Joined: May 2006
||Posted: May 29 2006,10:41
|...VIA's power-miserly approach has continued with the Eden and the latest C7 processors. The Eden is designed with a thermal envelope of just 7.5 watts — which only Intel's limited edition Ultra Low Voltage processors can match. By comparison, both the Pentium M and the Turion 64 are designed with a thermal envelope of around 30 watts.|
VIA processors are most commonly embedded in a Mini-ITX motherboard. VIA's own series is called EPIA, but other manufacturers also make VIA-processor embedded M-ITX motherboards. SPCR has looked at several EPIA boards in the past. Both SPCR and EPIA have evolved considerably since the last review in 2003, so it's time to take another look. VIA was kind enough to supply a sample of the EPIA EN12000E, a fully passive board featuring a VIA Eden processor clocked at 1.2 GHz.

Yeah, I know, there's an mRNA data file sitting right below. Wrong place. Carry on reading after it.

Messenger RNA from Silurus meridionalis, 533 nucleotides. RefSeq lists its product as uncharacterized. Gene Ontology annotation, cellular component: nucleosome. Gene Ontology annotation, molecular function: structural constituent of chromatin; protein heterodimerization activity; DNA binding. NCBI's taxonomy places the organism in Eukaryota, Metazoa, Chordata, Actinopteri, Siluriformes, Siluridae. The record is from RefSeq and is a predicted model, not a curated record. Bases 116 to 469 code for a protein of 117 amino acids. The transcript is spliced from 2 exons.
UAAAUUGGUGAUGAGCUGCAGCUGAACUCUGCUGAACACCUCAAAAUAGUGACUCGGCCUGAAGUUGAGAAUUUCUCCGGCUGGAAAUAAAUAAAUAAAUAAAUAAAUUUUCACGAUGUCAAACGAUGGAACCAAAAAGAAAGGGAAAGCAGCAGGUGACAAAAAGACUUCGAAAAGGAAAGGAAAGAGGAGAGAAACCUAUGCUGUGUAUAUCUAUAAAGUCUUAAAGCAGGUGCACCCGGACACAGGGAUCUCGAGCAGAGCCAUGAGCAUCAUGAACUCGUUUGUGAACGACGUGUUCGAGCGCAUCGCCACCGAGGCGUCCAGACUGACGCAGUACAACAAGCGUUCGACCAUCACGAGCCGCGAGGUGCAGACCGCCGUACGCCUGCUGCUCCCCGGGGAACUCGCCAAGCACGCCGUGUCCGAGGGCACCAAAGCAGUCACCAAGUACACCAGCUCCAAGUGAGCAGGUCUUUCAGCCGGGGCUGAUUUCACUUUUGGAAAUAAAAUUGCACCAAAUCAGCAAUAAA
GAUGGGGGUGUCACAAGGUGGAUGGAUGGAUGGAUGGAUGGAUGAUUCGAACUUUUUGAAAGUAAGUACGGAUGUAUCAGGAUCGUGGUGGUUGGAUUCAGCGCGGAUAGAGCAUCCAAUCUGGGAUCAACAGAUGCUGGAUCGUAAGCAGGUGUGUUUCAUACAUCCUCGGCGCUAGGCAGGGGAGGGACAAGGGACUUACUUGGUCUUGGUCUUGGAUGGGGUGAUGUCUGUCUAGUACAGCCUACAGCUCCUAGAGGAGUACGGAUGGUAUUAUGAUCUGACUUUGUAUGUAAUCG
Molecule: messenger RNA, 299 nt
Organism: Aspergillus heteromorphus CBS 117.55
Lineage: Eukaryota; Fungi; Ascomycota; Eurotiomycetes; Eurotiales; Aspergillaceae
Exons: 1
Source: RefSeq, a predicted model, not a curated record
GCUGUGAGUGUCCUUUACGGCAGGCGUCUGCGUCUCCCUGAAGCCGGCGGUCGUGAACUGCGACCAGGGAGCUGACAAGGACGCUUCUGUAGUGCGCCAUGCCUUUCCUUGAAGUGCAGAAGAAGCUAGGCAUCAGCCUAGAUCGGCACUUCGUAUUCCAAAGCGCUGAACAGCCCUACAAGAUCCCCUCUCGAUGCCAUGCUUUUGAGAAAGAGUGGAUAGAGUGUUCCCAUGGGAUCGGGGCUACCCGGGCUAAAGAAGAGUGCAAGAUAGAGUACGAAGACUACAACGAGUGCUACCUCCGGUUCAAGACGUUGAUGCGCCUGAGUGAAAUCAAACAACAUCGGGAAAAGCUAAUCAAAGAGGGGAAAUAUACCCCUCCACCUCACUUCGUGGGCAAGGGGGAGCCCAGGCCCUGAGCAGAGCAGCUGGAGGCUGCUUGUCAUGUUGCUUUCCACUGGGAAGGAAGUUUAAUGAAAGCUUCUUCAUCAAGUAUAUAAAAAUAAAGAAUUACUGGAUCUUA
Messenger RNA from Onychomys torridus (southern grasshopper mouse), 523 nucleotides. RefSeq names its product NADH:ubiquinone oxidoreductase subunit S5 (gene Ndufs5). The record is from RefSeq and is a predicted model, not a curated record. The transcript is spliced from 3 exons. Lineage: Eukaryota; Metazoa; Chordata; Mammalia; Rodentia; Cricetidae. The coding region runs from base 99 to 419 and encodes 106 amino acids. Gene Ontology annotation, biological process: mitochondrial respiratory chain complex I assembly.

If low noise and power efficiency are your primary requirements and you're willing to sacrifice a little performance, VIA's EPIA EN12000E can fit the bill quite nicely. Although you're almost certain to notice some difference in speed, I was shocked at how little functionality was lost by the much slower processor....
Best of all, the EPIA can be run in a completely fanless system without overheating....
It also cannot handle HD video properly — at least not when it is encoded in Windows Media format....
The system also seemed a little unstable at times, as the frequent system freezes with Photoshop will attest. The odd behavior when switching display types was also a little disconcerting....
It would do well as a low-end HTPC or as a browser portal. However, for a general purpose PC where the performance requirements are unpredictable, the EPIA is almost certain to run into the occasional task where a little more oomph would be appreciated.